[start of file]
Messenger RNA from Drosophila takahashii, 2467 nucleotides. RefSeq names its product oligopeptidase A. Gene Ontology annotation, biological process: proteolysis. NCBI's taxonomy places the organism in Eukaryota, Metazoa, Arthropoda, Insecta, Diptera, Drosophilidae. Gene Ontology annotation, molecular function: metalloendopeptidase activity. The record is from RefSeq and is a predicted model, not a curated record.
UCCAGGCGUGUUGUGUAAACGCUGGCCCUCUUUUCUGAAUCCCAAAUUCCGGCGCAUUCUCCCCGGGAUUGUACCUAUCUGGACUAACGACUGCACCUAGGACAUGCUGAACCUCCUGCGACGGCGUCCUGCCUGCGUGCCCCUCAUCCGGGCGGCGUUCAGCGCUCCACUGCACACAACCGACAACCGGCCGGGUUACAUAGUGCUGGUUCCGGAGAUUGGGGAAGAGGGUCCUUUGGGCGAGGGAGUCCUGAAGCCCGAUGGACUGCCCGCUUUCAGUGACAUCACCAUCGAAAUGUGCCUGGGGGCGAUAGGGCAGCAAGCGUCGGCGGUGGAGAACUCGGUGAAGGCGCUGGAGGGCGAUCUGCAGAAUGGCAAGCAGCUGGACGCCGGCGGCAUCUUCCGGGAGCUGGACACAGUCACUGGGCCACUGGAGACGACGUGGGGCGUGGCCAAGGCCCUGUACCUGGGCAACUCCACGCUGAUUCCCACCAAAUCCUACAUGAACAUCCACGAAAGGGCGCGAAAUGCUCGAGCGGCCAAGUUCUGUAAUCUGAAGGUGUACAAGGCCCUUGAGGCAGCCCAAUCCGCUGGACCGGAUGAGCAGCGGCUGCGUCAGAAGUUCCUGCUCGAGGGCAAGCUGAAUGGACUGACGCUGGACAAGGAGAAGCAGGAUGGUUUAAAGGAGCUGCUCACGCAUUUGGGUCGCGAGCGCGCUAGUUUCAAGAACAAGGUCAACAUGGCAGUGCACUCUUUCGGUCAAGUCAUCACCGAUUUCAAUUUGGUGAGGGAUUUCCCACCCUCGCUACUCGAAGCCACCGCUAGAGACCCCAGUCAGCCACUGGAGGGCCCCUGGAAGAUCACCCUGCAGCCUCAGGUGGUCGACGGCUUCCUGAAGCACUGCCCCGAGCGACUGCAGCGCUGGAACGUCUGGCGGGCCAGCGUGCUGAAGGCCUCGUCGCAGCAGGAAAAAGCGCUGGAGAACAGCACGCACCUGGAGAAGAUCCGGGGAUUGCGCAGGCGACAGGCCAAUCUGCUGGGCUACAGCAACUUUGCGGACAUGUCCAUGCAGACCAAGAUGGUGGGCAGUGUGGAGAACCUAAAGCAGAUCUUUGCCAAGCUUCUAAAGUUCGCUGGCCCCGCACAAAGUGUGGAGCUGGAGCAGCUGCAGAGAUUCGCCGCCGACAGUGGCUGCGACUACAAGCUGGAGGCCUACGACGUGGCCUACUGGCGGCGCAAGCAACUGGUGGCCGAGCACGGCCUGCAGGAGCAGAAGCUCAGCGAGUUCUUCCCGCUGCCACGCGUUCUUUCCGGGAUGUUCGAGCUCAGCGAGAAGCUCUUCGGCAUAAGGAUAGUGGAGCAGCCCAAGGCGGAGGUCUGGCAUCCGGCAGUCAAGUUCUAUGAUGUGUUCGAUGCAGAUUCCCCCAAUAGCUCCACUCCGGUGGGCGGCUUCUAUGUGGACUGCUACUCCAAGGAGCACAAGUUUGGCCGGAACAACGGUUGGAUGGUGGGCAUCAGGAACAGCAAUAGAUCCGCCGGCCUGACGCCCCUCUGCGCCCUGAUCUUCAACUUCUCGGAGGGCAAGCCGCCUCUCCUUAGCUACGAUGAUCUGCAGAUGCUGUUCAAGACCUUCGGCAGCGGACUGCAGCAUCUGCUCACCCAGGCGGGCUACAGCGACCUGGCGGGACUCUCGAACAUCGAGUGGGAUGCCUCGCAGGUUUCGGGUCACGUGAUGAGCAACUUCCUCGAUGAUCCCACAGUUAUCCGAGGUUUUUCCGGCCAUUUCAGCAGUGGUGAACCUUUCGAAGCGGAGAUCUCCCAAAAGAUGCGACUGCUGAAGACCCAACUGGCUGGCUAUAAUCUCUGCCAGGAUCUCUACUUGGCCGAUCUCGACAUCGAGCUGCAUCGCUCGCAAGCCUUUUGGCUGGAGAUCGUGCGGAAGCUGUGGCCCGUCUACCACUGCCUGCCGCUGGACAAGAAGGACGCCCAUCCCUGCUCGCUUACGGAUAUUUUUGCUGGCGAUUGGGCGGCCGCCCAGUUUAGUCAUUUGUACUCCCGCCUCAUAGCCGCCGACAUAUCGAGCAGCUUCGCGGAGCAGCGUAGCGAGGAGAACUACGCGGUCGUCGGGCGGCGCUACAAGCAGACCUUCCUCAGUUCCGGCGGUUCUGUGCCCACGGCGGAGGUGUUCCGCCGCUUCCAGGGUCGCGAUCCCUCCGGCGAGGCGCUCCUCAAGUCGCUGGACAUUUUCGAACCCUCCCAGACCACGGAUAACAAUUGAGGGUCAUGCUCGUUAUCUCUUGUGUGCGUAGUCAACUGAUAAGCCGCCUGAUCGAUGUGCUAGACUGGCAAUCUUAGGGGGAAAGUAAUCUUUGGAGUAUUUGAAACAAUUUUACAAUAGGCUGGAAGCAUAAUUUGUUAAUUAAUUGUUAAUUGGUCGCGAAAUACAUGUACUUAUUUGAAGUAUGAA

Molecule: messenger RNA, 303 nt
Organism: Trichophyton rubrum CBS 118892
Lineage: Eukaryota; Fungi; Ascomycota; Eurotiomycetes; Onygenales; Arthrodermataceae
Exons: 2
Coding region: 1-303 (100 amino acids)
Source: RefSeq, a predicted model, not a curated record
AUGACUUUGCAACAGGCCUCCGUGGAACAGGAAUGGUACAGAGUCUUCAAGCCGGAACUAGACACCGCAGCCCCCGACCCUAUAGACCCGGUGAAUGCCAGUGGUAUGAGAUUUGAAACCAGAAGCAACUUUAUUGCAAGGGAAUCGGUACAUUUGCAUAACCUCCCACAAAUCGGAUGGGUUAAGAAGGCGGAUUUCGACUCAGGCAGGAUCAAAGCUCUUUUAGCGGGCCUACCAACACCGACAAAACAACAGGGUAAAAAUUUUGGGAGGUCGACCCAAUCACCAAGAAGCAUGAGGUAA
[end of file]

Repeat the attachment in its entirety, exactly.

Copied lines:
Messenger RNA from Drosophila takahashii, 2467 nucleotides. RefSeq names its product oligopeptidase A. Gene Ontology annotation, biological process: proteolysis. NCBI's taxonomy places the organism in Eukaryota, Metazoa, Arthropoda, Insecta, Diptera, Drosophilidae. Gene Ontology annotation, molecular function: metalloendopeptidase activity. The record is from RefSeq and is a predicted model, not a curated record.
UCCAGGCGUGUUGUGUAAACGCUGGCCCUCUUUUCUGAAUCCCAAAUUCCGGCGCAUUCUCCCCGGGAUUGUACCUAUCUGGACUAACGACUGCACCUAGGACAUGCUGAACCUCCUGCGACGGCGUCCUGCCUGCGUGCCCCUCAUCCGGGCGGCGUUCAGCGCUCCACUGCACACAACCGACAACCGGCCGGGUUACAUAGUGCUGGUUCCGGAGAUUGGGGAAGAGGGUCCUUUGGGCGAGGGAGUCCUGAAGCCCGAUGGACUGCCCGCUUUCAGUGACAUCACCAUCGAAAUGUGCCUGGGGGCGAUAGGGCAGCAAGCGUCGGCGGUGGAGAACUCGGUGAAGGCGCUGGAGGGCGAUCUGCAGAAUGGCAAGCAGCUGGACGCCGGCGGCAUCUUCCGGGAGCUGGACACAGUCACUGGGCCACUGGAGACGACGUGGGGCGUGGCCAAGGCCCUGUACCUGGGCAACUCCACGCUGAUUCCCACCAAAUCCUACAUGAACAUCCACGAAAGGGCGCGAAAUGCUCGAGCGGCCAAGUUCUGUAAUCUGAAGGUGUACAAGGCCCUUGAGGCAGCCCAAUCCGCUGGACCGGAUGAGCAGCGGCUGCGUCAGAAGUUCCUGCUCGAGGGCAAGCUGAAUGGACUGACGCUGGACAAGGAGAAGCAGGAUGGUUUAAAGGAGCUGCUCACGCAUUUGGGUCGCGAGCGCGCUAGUUUCAAGAACAAGGUCAACAUGGCAGUGCACUCUUUCGGUCAAGUCAUCACCGAUUUCAAUUUGGUGAGGGAUUUCCCACCCUCGCUACUCGAAGCCACCGCUAGAGACCCCAGUCAGCCACUGGAGGGCCCCUGGAAGAUCACCCUGCAGCCUCAGGUGGUCGACGGCUUCCUGAAGCACUGCCCCGAGCGACUGCAGCGCUGGAACGUCUGGCGGGCCAGCGUGCUGAAGGCCUCGUCGCAGCAGGAAAAAGCGCUGGAGAACAGCACGCACCUGGAGAAGAUCCGGGGAUUGCGCAGGCGACAGGCCAAUCUGCUGGGCUACAGCAACUUUGCGGACAUGUCCAUGCAGACCAAGAUGGUGGGCAGUGUGGAGAACCUAAAGCAGAUCUUUGCCAAGCUUCUAAAGUUCGCUGGCCCCGCACAAAGUGUGGAGCUGGAGCAGCUGCAGAGAUUCGCCGCCGACAGUGGCUGCGACUACAAGCUGGAGGCCUACGACGUGGCCUACUGGCGGCGCAAGCAACUGGUGGCCGAGCACGGCCUGCAGGAGCAGAAGCUCAGCGAGUUCUUCCCGCUGCCACGCGUUCUUUCCGGGAUGUUCGAGCUCAGCGAGAAGCUCUUCGGCAUAAGGAUAGUGGAGCAGCCCAAGGCGGAGGUCUGGCAUCCGGCAGUCAAGUUCUAUGAUGUGUUCGAUGCAGAUUCCCCCAAUAGCUCCACUCCGGUGGGCGGCUUCUAUGUGGACUGCUACUCCAAGGAGCACAAGUUUGGCCGGAACAACGGUUGGAUGGUGGGCAUCAGGAACAGCAAUAGAUCCGCCGGCCUGACGCCCCUCUGCGCCCUGAUCUUCAACUUCUCGGAGGGCAAGCCGCCUCUCCUUAGCUACGAUGAUCUGCAGAUGCUGUUCAAGACCUUCGGCAGCGGACUGCAGCAUCUGCUCACCCAGGCGGGCUACAGCGACCUGGCGGGACUCUCGAACAUCGAGUGGGAUGCCUCGCAGGUUUCGGGUCACGUGAUGAGCAACUUCCUCGAUGAUCCCACAGUUAUCCGAGGUUUUUCCGGCCAUUUCAGCAGUGGUGAACCUUUCGAAGCGGAGAUCUCCCAAAAGAUGCGACUGCUGAAGACCCAACUGGCUGGCUAUAAUCUCUGCCAGGAUCUCUACUUGGCCGAUCUCGACAUCGAGCUGCAUCGCUCGCAAGCCUUUUGGCUGGAGAUCGUGCGGAAGCUGUGGCCCGUCUACCACUGCCUGCCGCUGGACAAGAAGGACGCCCAUCCCUGCUCGCUUACGGAUAUUUUUGCUGGCGAUUGGGCGGCCGCCCAGUUUAGUCAUUUGUACUCCCGCCUCAUAGCCGCCGACAUAUCGAGCAGCUUCGCGGAGCAGCGUAGCGAGGAGAACUACGCGGUCGUCGGGCGGCGCUACAAGCAGACCUUCCUCAGUUCCGGCGGUUCUGUGCCCACGGCGGAGGUGUUCCGCCGCUUCCAGGGUCGCGAUCCCUCCGGCGAGGCGCUCCUCAAGUCGCUGGACAUUUUCGAACCCUCCCAGACCACGGAUAACAAUUGAGGGUCAUGCUCGUUAUCUCUUGUGUGCGUAGUCAACUGAUAAGCCGCCUGAUCGAUGUGCUAGACUGGCAAUCUUAGGGGGAAAGUAAUCUUUGGAGUAUUUGAAACAAUUUUACAAUAGGCUGGAAGCAUAAUUUGUUAAUUAAUUGUUAAUUGGUCGCGAAAUACAUGUACUUAUUUGAAGUAUGAA

Molecule: messenger RNA, 303 nt
Organism: Trichophyton rubrum CBS 118892
Lineage: Eukaryota; Fungi; Ascomycota; Eurotiomycetes; Onygenales; Arthrodermataceae
Exons: 2
Coding region: 1-303 (100 amino acids)
Source: RefSeq, a predicted model, not a curated record
AUGACUUUGCAACAGGCCUCCGUGGAACAGGAAUGGUACAGAGUCUUCAAGCCGGAACUAGACACCGCAGCCCCCGACCCUAUAGACCCGGUGAAUGCCAGUGGUAUGAGAUUUGAAACCAGAAGCAACUUUAUUGCAAGGGAAUCGGUACAUUUGCAUAACCUCCCACAAAUCGGAUGGGUUAAGAAGGCGGAUUUCGACUCAGGCAGGAUCAAAGCUCUUUUAGCGGGCCUACCAACACCGACAAAACAACAGGGUAAAAAUUUUGGGAGGUCGACCCAAUCACCAAGAAGCAUGAGGUAA